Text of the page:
From my as yet very limited understanding of honey bee dynamics, bee keepers are taught to only harvest the excess honey. There's not a "brood hive" and a separate "storage hive" -- if I have two hives, I potentially end up with 2X the honey. I'm nowhere near the point where I want to manage two hives, although some instructors recommend starting out with two because it can be easier to deal with problems in one hive if you have a second. But I'm going with one for the time being. I don't want so many bees that icehog won't set foot in New England much less Mass.

icehog3
02-22-2017, 10:46 AM
I like turtles. :D

mosesbotbol
02-22-2017, 03:27 PM
Make sure the bees have plants to do their work on. If all there is around are pine trees; the honey will have a certain taste...

CigarNut
02-22-2017, 03:28 PM
Vin, before you get too far into this, you might want to verify that you are not allergic to bee stings :)

massphatness
02-22-2017, 03:38 PM
Make sure the bees have plants to do their work on. If all there is around are pine trees; the honey will have a certain taste...

We're quite literally across the street from an apple orchard. :noon

Vin, before you get too far into this, you might want to verify that you are not allergic to bee stings :)

Been stung as recently as last summer. Can't absolutely say it was a honey bee, but I'm not overly worried.

massphatness
02-22-2017, 03:39 PM
I like turtles. :D

Here you go ...

http://fashionablygeek.com/wp-content/uploads/2014/03/turtle-cozies-bee.jpg?x22977

Tio Gato
02-22-2017, 04:46 PM
Backyard herfing is better. That way your neighbors won't see Tom's retirement stripper dancing.:noon;)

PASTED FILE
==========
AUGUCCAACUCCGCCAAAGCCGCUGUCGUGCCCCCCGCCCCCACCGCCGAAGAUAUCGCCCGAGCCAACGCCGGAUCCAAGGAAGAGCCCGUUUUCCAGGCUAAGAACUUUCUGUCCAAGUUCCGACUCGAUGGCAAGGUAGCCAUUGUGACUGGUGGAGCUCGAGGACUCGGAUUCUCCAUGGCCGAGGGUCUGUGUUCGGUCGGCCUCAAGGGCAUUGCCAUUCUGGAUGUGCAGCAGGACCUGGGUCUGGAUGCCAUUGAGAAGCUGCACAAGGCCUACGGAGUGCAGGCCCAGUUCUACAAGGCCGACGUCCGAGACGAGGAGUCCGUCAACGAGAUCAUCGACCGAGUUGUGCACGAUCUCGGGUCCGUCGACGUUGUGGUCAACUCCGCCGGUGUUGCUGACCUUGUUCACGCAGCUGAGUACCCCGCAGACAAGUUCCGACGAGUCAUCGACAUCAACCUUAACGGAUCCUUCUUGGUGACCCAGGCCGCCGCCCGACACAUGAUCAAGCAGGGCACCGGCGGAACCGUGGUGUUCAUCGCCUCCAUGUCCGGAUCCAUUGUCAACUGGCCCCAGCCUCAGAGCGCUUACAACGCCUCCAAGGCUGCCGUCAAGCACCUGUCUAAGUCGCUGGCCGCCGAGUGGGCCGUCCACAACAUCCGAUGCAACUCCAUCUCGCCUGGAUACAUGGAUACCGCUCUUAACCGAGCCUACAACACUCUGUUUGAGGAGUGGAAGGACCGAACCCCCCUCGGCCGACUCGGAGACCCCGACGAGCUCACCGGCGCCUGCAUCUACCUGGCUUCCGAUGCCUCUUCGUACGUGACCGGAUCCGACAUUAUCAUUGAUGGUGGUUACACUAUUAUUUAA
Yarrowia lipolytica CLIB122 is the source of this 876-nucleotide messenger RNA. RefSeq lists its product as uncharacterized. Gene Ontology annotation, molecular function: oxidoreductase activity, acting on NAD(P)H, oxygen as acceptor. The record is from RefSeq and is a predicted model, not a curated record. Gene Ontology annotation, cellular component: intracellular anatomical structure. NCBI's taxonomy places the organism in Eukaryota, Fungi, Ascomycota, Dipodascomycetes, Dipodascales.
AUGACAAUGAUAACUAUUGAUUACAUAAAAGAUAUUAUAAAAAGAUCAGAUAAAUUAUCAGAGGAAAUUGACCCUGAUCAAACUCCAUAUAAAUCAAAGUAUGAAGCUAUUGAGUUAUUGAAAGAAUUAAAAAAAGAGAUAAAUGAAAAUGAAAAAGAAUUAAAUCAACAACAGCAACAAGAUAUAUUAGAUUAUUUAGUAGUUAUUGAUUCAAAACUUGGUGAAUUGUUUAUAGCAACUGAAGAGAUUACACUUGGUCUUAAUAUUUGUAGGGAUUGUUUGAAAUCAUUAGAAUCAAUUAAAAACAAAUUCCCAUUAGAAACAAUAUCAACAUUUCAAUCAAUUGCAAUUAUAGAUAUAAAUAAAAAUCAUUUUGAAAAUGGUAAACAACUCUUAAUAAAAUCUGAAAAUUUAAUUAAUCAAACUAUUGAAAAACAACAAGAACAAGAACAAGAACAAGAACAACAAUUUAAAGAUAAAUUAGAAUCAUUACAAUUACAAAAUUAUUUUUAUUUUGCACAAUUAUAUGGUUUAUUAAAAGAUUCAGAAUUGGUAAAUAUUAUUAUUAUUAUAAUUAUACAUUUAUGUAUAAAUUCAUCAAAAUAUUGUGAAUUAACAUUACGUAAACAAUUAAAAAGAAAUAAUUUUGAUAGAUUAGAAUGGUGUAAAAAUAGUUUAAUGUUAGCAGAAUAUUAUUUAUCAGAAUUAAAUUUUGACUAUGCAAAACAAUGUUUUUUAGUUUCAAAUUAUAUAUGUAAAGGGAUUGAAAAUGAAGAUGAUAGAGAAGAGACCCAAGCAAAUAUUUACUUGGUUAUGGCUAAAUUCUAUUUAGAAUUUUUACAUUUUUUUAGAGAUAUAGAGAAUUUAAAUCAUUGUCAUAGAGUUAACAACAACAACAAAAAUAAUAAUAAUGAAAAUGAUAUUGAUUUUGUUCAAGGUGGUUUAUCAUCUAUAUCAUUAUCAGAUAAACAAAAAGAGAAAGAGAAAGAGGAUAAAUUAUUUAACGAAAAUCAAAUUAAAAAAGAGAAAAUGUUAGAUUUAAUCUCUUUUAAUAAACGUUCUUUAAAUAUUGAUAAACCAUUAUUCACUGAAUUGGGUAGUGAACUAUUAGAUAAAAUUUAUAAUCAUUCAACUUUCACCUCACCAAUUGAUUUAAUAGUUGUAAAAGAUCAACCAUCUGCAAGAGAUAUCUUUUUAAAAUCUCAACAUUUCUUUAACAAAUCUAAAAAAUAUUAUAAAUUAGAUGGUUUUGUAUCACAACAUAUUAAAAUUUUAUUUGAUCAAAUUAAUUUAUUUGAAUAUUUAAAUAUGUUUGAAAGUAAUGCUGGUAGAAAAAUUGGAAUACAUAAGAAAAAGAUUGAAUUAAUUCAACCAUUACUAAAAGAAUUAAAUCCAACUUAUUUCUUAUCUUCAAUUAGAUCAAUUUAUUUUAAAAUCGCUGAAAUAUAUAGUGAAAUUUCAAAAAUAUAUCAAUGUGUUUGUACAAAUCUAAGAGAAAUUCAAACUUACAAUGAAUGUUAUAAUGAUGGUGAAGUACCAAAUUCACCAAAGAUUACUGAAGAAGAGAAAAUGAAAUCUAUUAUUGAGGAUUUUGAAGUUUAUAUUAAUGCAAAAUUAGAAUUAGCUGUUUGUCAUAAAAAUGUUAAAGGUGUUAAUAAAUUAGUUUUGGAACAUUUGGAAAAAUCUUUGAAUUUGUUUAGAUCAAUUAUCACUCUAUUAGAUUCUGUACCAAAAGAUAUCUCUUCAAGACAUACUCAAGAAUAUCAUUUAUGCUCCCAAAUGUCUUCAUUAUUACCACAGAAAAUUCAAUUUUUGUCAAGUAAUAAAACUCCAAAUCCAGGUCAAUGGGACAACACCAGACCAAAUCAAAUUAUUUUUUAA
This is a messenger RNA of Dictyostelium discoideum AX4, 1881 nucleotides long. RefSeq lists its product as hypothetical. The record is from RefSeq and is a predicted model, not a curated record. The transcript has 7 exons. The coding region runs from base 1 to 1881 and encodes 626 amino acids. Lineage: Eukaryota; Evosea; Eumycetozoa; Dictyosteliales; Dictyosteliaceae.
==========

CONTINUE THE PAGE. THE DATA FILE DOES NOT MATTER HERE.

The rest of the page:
AdamJoshua
02-22-2017, 05:28 PM
Have you seen these hives, Vin?

https://youtu.be/0_pj4cz2VJM

icehog3
02-22-2017, 11:18 PM
Make sure the bees have plants to do their work on. If all there is around are pine trees; the honey will have a certain taste...

IPA! :pu

Here you go ...

http://fashionablygeek.com/wp-content/uploads/2014/03/turtle-cozies-bee.jpg?x22977

Yay!!

Backyard herfing is better. That way your neighbors won't see Tom's retirement stripper dancing.:noon;)

It better be a chick, Jeff. :r

massphatness
03-05-2017, 10:44 AM
Built a hive stand over the weekend from some plans I found online. I'm no carpenter, but the stand is (relatively) stable & the hive fits on it perfectly.

https://c1.staticflickr.com/1/292/33266475735_c8c8656260.jpg

The honey bees are due on April 10 ...

CigarNut
03-05-2017, 10:50 AM
Wow! Did not realize people still used corded tools!

:)

markem
03-05-2017, 11:16 AM
Cool! Progress is good. Any chance you'll put up a "bee cam" at some point? By that I mean a small camera that sees inside the hive. Something like this but a wider shot: https://www.youtube.com/watch?v=f_9HZeG97Xg

massphatness
03-05-2017, 12:19 PM
I could see doing something outside the hive, but inside the hive would be tricky based on what little I currently know about honey bees to this point and the space (or lack of space) they like to have in the hive.

There's a concept knows as "bee space" which is between 3/8 and a 1/4 inch. If there's more space, the bees build to fill it in, and if there's less, they seal it up with this resin-like substance they produce called propolis. So a camera in the hive has to take bee space into account at a minimum, and I'm not there yet.